Denis Pombriant is the managing principal at Beagle Research Group, which is not only a significant analyst force in the CRM community but has one of the best company names I’ve heard.When Denis headed up the CRM practice at Aberdeen Group in the early part of this millennium, he identified salesforce.com and the ondemand model as a “disruptive innovation” and it has since proven to be exactly that.Denis has since become the go-to consultant and analyst in on-demand, as well as one of the foremost writers about identifying the larger economic and social conditions that lead to change in the business world, especially when it comes to customerdriven change.
Denis Pombriant on Why the Social Customer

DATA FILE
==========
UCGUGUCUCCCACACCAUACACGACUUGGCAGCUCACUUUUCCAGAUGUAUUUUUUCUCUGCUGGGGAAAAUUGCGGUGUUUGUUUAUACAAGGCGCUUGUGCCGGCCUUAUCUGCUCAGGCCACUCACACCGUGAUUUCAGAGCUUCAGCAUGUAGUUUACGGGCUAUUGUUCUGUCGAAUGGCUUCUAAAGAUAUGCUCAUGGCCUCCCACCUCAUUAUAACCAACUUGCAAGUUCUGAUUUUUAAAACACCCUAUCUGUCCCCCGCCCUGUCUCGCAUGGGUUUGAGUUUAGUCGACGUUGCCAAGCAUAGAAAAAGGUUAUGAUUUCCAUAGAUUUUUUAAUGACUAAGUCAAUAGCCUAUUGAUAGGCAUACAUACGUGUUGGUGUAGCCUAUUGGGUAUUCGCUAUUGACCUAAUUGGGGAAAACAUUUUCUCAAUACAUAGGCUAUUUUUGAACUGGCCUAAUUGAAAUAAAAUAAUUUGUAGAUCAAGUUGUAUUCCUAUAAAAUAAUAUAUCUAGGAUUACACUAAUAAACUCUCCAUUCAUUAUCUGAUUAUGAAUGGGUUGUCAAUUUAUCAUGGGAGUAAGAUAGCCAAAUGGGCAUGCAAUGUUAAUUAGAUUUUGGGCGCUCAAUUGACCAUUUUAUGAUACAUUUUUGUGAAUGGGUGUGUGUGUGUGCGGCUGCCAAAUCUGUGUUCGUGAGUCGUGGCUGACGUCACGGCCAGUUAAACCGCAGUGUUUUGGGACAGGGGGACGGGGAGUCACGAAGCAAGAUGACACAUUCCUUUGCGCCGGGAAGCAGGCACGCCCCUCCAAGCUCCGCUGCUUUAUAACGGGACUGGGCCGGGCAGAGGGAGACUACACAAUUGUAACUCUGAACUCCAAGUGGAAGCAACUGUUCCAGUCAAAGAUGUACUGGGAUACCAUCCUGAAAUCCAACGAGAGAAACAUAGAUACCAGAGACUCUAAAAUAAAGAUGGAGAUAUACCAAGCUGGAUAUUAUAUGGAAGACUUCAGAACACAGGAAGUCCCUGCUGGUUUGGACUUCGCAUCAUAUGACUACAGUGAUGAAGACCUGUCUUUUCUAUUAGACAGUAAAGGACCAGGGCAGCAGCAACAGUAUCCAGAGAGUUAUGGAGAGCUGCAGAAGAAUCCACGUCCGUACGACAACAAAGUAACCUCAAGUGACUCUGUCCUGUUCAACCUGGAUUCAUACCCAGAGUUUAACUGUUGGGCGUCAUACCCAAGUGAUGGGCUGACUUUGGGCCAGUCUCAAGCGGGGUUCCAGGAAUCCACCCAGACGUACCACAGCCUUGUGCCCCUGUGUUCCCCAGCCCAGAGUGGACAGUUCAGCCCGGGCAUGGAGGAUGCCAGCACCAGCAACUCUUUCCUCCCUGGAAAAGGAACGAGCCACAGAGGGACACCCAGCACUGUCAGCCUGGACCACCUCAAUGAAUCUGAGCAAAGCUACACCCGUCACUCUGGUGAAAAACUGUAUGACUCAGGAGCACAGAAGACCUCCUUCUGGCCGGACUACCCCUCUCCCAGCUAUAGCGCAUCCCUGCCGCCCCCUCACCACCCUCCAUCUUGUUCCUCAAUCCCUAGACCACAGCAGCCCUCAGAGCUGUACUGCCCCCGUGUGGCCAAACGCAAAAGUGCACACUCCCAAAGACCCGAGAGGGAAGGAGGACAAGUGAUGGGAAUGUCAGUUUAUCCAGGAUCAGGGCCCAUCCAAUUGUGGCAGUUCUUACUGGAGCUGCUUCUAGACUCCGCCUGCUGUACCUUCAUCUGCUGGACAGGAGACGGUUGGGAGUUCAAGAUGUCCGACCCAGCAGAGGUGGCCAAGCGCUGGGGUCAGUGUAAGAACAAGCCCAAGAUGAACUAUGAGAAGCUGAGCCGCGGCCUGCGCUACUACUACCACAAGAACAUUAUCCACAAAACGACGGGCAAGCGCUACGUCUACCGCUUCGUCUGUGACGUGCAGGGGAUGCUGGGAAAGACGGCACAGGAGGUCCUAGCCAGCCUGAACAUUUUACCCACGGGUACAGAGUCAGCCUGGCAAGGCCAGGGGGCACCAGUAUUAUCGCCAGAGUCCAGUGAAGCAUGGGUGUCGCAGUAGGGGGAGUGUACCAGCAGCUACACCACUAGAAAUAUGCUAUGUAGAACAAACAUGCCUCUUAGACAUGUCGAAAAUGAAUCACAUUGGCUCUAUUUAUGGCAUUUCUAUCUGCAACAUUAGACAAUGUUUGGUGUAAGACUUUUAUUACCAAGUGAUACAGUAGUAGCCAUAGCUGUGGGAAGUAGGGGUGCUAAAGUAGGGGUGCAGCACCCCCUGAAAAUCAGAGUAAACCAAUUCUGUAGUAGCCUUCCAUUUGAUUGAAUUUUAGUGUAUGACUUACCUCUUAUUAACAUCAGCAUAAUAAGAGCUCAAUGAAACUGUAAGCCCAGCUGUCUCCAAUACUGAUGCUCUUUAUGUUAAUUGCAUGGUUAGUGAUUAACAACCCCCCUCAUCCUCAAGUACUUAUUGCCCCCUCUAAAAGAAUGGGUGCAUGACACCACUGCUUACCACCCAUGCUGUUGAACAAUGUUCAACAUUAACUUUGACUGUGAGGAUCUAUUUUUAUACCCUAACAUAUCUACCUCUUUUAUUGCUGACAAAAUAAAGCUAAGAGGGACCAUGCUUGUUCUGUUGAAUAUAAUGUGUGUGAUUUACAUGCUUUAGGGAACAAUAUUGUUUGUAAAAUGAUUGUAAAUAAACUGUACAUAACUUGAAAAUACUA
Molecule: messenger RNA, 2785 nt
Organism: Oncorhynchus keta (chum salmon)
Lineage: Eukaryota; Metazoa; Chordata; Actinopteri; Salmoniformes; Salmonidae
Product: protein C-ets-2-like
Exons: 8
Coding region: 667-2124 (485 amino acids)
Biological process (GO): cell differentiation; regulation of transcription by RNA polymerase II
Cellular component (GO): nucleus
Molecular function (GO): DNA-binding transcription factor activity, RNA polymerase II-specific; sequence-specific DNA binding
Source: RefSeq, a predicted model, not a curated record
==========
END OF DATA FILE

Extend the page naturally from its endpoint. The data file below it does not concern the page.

As they used to say in old movies, the jig is up.Whether your definition of jig is a dance, a practical joke, or a trick, the upshot is the same in CRM today—customers are in control of their relationships with vendors a lot more than they were just a few years ago.The power center has moved and the reasons range from the elementary to the sophisticated.
The short story is that the marketplace has been struck by a tsunami called high-tech at the same time that customers have gained new levels of education and wealth.During that time, a whole host of new products and services have become available based on the availability of cheap, fast computing power.More than just computers themselves, this rising tide has brought in consumer products and services.It has also enabled enterprise business processes based on information availability and just-in-time materials delivery.